Yu L, Wu S, Hao X, Li X, Liu X, Ye S, et al. Rapid colorimetric detection of COVID-19 coronavirus using a reverse tran-scriptional loop-mediated isothermal amplification (RT-LAMP) diagnostic plat-form: iLACO. medRxiv. 2020:2020.02.20.20025874. https://doi.org/10.1101/2020.02.20.20025874.

  • 31.

    Zhu X, Wang X, Han L, Chen T, Wang L, Li H, et al. Reverse transcription loop-mediated isothermal amplification combined with nanoparticles-based biosensor for diagnosis of COVID-19. medRxiv. 2020:2020.03.17.20037796. https://doi.org/10.1101/2020.03.17.20037796.

  • 32.

    Wang M, Fu A, Hu B, Tong Y, Liu R, Gu J, et al. Nanopore target sequencing for accurate and comprehensive detection of SARS-CoV-2 and other respiratory viruses. medRxiv. 2020:2020.03.04.20029538. https://doi.org/10.1101/2020.03.04.20029538.

  • 33.

    Nasir JA, Speicher DJ, Kozak RA, Poinar HN, Miller MS, McArthur AG. Rapid Design of a Bait Capture Platform for Culture- and Amplification-Free Next-Generation Sequencing of SARS-CoV-2. Preprints. 2020;2020020385. https://doi.org/10.20944/preprints202002.0385.v1.

  • 34.

    Cleemput S, Dumon W, Fonseca V, Karim WA, Giovanetti M, Alcantara LC, et al. Genome Detective Coronavirus Typing Tool for rapid identification and characterization of novel coronavirus genomes. Bioinformatics. 2020. https://doi.org/10.1093/bioinformatics/btaa145.

  • 35.

    Woo CH, Jang S, Shin G, Jung GY, Lee JW. Sensitive one-step isothermal detection of pathogen-derived RNAs. medRxiv. 2020:2020.03.05.20031971. https://doi.org/10.1101/2020.03.05.20031971.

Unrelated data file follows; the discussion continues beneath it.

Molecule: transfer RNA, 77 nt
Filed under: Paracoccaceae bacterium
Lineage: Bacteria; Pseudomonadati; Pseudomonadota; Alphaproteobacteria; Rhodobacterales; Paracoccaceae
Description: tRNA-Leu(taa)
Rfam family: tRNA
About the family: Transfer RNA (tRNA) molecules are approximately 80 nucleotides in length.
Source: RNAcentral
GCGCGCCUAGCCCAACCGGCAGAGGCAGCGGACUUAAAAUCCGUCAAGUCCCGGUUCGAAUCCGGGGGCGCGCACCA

• 36.

    Jiang G, Ren X, Liu Y, Chen H, Liu W, Guo Z, et al. Application and optimization of RT-PCR in diagnosis of SARS-CoV-2 infection. medRxiv. 2020:2020.02.25.20027755. https://doi.org/10.1101/2020.02.25.20027755.

  • 37.

    Chu DK, Pan Y, Cheng SM, Hui KP, Krishnan P, Liu Y, et al. Molecular Diagnosis of a Novel Coronavirus (2019-nCoV) Causing an Outbreak of Pneumonia. Clinical Chemistry. 2020;66(4):549-55. https://doi.org/10.1093/clinchem/hvaa029.

  • 38.

    Corman VM, Landt O, Kaiser M, Molenkamp R, Meijer A, Chu DK, et al. Detection of 2019 novel coronavirus (2019-nCoV) by real-time RT-PCR. Eurosurveillance. 2020;25(3):2000045. https://doi.org/10.2807/1560-7917.ES.2020.25.3.2000045.

  • 39.

    Liu R, Han H, Liu F, Lv Z, Wu K, Liu Y, et al. Positive rate of RT-PCR detection of SARS-CoV-2 infection in 4880 cases from one hospital in Wuhan, China, from Jan to Feb 2020. Clinica Chimica Acta. 2020;505:172-5. https://doi.org/10.1016/j.cca.2020.03.009.